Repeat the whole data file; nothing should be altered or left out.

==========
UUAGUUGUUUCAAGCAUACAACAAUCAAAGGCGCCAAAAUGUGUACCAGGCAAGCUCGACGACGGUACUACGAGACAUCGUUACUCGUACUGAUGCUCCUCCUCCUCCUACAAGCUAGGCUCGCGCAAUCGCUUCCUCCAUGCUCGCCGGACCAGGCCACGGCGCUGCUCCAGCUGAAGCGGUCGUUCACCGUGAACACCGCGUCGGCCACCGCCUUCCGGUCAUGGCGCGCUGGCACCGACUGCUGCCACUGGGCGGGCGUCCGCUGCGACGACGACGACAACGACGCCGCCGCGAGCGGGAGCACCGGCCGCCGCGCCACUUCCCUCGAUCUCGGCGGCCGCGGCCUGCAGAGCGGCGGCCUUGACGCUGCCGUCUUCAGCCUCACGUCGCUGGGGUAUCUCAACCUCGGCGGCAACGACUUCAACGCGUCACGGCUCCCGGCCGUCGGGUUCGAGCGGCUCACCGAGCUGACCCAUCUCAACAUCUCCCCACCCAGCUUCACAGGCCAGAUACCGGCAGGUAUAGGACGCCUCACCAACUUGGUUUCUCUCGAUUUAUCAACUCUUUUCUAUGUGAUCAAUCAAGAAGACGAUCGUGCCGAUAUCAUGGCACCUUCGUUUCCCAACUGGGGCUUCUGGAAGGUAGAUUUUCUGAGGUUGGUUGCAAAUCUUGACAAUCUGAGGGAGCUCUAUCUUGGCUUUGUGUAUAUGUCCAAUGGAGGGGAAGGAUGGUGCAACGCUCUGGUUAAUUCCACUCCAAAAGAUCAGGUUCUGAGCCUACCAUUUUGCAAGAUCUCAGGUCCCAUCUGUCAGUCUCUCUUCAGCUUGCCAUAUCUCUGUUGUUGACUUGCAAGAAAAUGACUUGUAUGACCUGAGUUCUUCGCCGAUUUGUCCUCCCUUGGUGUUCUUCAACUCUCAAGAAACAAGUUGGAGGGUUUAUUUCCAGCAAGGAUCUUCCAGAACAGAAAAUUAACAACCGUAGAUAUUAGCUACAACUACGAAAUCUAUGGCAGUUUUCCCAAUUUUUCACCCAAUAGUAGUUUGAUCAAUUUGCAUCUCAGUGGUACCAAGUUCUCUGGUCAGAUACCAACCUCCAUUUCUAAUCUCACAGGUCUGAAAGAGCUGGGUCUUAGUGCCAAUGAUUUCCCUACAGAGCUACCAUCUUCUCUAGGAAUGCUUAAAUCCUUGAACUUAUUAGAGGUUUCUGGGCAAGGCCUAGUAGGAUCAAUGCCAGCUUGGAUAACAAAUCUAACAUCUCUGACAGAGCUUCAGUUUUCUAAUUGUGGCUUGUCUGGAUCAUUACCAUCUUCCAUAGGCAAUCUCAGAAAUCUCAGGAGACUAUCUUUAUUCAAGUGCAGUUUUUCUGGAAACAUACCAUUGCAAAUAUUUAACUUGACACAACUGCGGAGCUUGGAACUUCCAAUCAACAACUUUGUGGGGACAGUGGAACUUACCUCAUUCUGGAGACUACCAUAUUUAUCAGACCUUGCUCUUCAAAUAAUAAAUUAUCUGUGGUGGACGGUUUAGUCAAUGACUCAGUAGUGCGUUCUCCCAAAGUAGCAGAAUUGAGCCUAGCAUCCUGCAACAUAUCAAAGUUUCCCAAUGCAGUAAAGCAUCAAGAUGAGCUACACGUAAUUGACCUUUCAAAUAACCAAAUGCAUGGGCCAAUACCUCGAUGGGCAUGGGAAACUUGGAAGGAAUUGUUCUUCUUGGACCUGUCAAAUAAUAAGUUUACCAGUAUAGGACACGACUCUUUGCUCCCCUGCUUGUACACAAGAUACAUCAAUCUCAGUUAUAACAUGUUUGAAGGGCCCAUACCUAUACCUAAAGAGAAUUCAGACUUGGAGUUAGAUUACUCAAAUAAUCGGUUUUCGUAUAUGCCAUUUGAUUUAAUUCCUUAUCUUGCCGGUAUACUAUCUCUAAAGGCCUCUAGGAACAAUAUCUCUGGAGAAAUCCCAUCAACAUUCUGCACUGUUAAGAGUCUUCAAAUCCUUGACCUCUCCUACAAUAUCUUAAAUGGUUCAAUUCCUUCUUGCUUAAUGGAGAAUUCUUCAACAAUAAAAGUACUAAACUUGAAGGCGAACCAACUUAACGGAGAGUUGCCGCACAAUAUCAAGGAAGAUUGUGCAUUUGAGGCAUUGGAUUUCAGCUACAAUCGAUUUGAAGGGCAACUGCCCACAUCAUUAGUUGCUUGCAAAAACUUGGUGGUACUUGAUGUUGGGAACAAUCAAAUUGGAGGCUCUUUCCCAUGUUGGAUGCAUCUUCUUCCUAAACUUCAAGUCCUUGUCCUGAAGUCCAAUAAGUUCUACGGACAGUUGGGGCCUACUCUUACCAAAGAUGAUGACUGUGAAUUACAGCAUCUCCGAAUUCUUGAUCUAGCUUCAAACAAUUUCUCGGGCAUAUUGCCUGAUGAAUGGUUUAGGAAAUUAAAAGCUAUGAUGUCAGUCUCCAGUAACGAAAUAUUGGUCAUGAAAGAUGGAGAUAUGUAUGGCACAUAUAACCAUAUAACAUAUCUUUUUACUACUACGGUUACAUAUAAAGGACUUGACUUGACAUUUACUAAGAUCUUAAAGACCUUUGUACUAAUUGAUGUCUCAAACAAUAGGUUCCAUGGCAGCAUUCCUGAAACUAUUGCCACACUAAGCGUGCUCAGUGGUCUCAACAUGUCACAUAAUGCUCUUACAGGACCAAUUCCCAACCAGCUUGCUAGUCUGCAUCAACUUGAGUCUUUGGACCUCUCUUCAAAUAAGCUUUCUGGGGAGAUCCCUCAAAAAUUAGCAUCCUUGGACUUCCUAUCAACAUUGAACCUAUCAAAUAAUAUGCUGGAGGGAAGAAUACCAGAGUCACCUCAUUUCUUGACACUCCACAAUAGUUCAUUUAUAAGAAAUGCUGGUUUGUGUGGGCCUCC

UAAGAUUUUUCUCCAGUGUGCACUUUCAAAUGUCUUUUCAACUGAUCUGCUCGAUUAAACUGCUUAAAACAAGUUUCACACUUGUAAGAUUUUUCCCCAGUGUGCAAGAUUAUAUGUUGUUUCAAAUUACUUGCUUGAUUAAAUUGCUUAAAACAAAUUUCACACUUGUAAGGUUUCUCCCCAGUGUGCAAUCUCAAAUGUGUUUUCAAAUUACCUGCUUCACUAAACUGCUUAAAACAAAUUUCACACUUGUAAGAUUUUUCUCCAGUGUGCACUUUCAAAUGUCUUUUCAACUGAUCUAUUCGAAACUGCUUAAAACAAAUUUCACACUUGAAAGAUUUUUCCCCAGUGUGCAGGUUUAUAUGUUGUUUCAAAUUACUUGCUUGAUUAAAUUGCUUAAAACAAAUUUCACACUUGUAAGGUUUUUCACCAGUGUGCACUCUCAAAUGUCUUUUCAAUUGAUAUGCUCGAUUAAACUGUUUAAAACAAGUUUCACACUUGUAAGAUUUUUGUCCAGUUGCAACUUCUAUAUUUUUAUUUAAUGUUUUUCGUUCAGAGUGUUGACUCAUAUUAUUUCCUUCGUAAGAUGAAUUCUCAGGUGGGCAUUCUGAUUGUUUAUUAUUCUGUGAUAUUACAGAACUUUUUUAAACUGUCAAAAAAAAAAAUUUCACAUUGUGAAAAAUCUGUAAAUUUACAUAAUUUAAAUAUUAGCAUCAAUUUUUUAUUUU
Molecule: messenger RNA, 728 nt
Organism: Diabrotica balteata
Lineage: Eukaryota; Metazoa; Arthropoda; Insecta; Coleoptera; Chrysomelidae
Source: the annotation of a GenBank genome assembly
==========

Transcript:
UUAGUUGUUUCAAGCAUACAACAAUCAAAGGCGCCAAAAUGUGUACCAGGCAAGCUCGACGACGGUACUACGAGACAUCGUUACUCGUACUGAUGCUCCUCCUCCUCCUACAAGCUAGGCUCGCGCAAUCGCUUCCUCCAUGCUCGCCGGACCAGGCCACGGCGCUGCUCCAGCUGAAGCGGUCGUUCACCGUGAACACCGCGUCGGCCACCGCCUUCCGGUCAUGGCGCGCUGGCACCGACUGCUGCCACUGGGCGGGCGUCCGCUGCGACGACGACGACAACGACGCCGCCGCGAGCGGGAGCACCGGCCGCCGCGCCACUUCCCUCGAUCUCGGCGGCCGCGGCCUGCAGAGCGGCGGCCUUGACGCUGCCGUCUUCAGCCUCACGUCGCUGGGGUAUCUCAACCUCGGCGGCAACGACUUCAACGCGUCACGGCUCCCGGCCGUCGGGUUCGAGCGGCUCACCGAGCUGACCCAUCUCAACAUCUCCCCACCCAGCUUCACAGGCCAGAUACCGGCAGGUAUAGGACGCCUCACCAACUUGGUUUCUCUCGAUUUAUCAACUCUUUUCUAUGUGAUCAAUCAAGAAGACGAUCGUGCCGAUAUCAUGGCACCUUCGUUUCCCAACUGGGGCUUCUGGAAGGUAGAUUUUCUGAGGUUGGUUGCAAAUCUUGACAAUCUGAGGGAGCUCUAUCUUGGCUUUGUGUAUAUGUCCAAUGGAGGGGAAGGAUGGUGCAACGCUCUGGUUAAUUCCACUCCAAAAGAUCAGGUUCUGAGCCUACCAUUUUGCAAGAUCUCAGGUCCCAUCUGUCAGUCUCUCUUCAGCUUGCCAUAUCUCUGUUGUUGACUUGCAAGAAAAUGACUUGUAUGACCUGAGUUCUUCGCCGAUUUGUCCUCCCUUGGUGUUCUUCAACUCUCAAGAAACAAGUUGGAGGGUUUAUUUCCAGCAAGGAUCUUCCAGAACAGAAAAUUAACAACCGUAGAUAUUAGCUACAACUACGAAAUCUAUGGCAGUUUUCCCAAUUUUUCACCCAAUAGUAGUUUGAUCAAUUUGCAUCUCAGUGGUACCAAGUUCUCUGGUCAGAUACCAACCUCCAUUUCUAAUCUCACAGGUCUGAAAGAGCUGGGUCUUAGUGCCAAUGAUUUCCCUACAGAGCUACCAUCUUCUCUAGGAAUGCUUAAAUCCUUGAACUUAUUAGAGGUUUCUGGGCAAGGCCUAGUAGGAUCAAUGCCAGCUUGGAUAACAAAUCUAACAUCUCUGACAGAGCUUCAGUUUUCUAAUUGUGGCUUGUCUGGAUCAUUACCAUCUUCCAUAGGCAAUCUCAGAAAUCUCAGGAGACUAUCUUUAUUCAAGUGCAGUUUUUCUGGAAACAUACCAUUGCAAAUAUUUAACUUGACACAACUGCGGAGCUUGGAACUUCCAAUCAACAACUUUGUGGGGACAGUGGAACUUACCUCAUUCUGGAGACUACCAUAUUUAUCAGACCUUGCUCUUCAAAUAAUAAAUUAUCUGUGGUGGACGGUUUAGUCAAUGACUCAGUAGUGCGUUCUCCCAAAGUAGCAGAAUUGAGCCUAGCAUCCUGCAACAUAUCAAAGUUUCCCAAUGCAGUAAAGCAUCAAGAUGAGCUACACGUAAUUGACCUUUCAAAUAACCAAAUGCAUGGGCCAAUACCUCGAUGGGCAUGGGAAACUUGGAAGGAAUUGUUCUUCUUGGACCUGUCAAAUAAUAAGUUUACCAGUAUAGGACACGACUCUUUGCUCCCCUGCUUGUACACAAGAUACAUCAAUCUCAGUUAUAACAUGUUUGAAGGGCCCAUACCUAUACCUAAAGAGAAUUCAGACUUGGAGUUAGAUUACUCAAAUAAUCGGUUUUCGUAUAUGCCAUUUGAUUUAAUUCCUUAUCUUGCCGGUAUACUAUCUCUAAAGGCCUCUAGGAACAAUAUCUCUGGAGAAAUCCCAUCAACAUUCUGCACUGUUAAGAGUCUUCAAAUCCUUGACCUCUCCUACAAUAUCUUAAAUGGUUCAAUUCCUUCUUGCUUAAUGGAGAAUUCUUCAACAAUAAAAGUACUAAACUUGAAGGCGAACCAACUUAACGGAGAGUUGCCGCACAAUAUCAAGGAAGAUUGUGCAUUUGAGGCAUUGGAUUUCAGCUACAAUCGAUUUGAAGGGCAACUGCCCACAUCAUUAGUUGCUUGCAAAAACUUGGUGGUACUUGAUGUUGGGAACAAUCAAAUUGGAGGCUCUUUCCCAUGUUGGAUGCAUCUUCUUCCUAAACUUCAAGUCCUUGUCCUGAAGUCCAAUAAGUUCUACGGACAGUUGGGGCCUACUCUUACCAAAGAUGAUGACUGUGAAUUACAGCAUCUCCGAAUUCUUGAUCUAGCUUCAAACAAUUUCUCGGGCAUAUUGCCUGAUGAAUGGUUUAGGAAAUUAAAAGCUAUGAUGUCAGUCUCCAGUAACGAAAUAUUGGUCAUGAAAGAUGGAGAUAUGUAUGGCACAUAUAACCAUAUAACAUAUCUUUUUACUACUACGGUUACAUAUAAAGGACUUGACUUGACAUUUACUAAGAUCUUAAAGACCUUUGUACUAAUUGAUGUCUCAAACAAUAGGUUCCAUGGCAGCAUUCCUGAAACUAUUGCCACACUAAGCGUGCUCAGUGGUCUCAACAUGUCACAUAAUGCUCUUACAGGACCAAUUCCCAACCAGCUUGCUAGUCUGCAUCAACUUGAGUCUUUGGACCUCUCUUCAAAUAAGCUUUCUGGGGAGAUCCCUCAAAAAUUAGCAUCCUUGGACUUCCUAUCAACAUUGAACCUAUCAAAUAAUAUGCUGGAGGGAAGAAUACCAGAGUCACCUCAUUUCUUGACACUCCACAAUAGUUCAUUUAUAAGAAAUGCUGGUUUGUGUGGGCCUCC

UAAGAUUUUUCUCCAGUGUGCACUUUCAAAUGUCUUUUCAACUGAUCUGCUCGAUUAAACUGCUUAAAACAAGUUUCACACUUGUAAGAUUUUUCCCCAGUGUGCAAGAUUAUAUGUUGUUUCAAAUUACUUGCUUGAUUAAAUUGCUUAAAACAAAUUUCACACUUGUAAGGUUUCUCCCCAGUGUGCAAUCUCAAAUGUGUUUUCAAAUUACCUGCUUCACUAAACUGCUUAAAACAAAUUUCACACUUGUAAGAUUUUUCUCCAGUGUGCACUUUCAAAUGUCUUUUCAACUGAUCUAUUCGAAACUGCUUAAAACAAAUUUCACACUUGAAAGAUUUUUCCCCAGUGUGCAGGUUUAUAUGUUGUUUCAAAUUACUUGCUUGAUUAAAUUGCUUAAAACAAAUUUCACACUUGUAAGGUUUUUCACCAGUGUGCACUCUCAAAUGUCUUUUCAAUUGAUAUGCUCGAUUAAACUGUUUAAAACAAGUUUCACACUUGUAAGAUUUUUGUCCAGUUGCAACUUCUAUAUUUUUAUUUAAUGUUUUUCGUUCAGAGUGUUGACUCAUAUUAUUUCCUUCGUAAGAUGAAUUCUCAGGUGGGCAUUCUGAUUGUUUAUUAUUCUGUGAUAUUACAGAACUUUUUUAAACUGUCAAAAAAAAAAAUUUCACAUUGUGAAAAAUCUGUAAAUUUACAUAAUUUAAAUAUUAGCAUCAAUUUUUUAUUUU
Molecule: messenger RNA, 728 nt
Organism: Diabrotica balteata
Lineage: Eukaryota; Metazoa; Arthropoda; Insecta; Coleoptera; Chrysomelidae
Source: the annotation of a GenBank genome assembly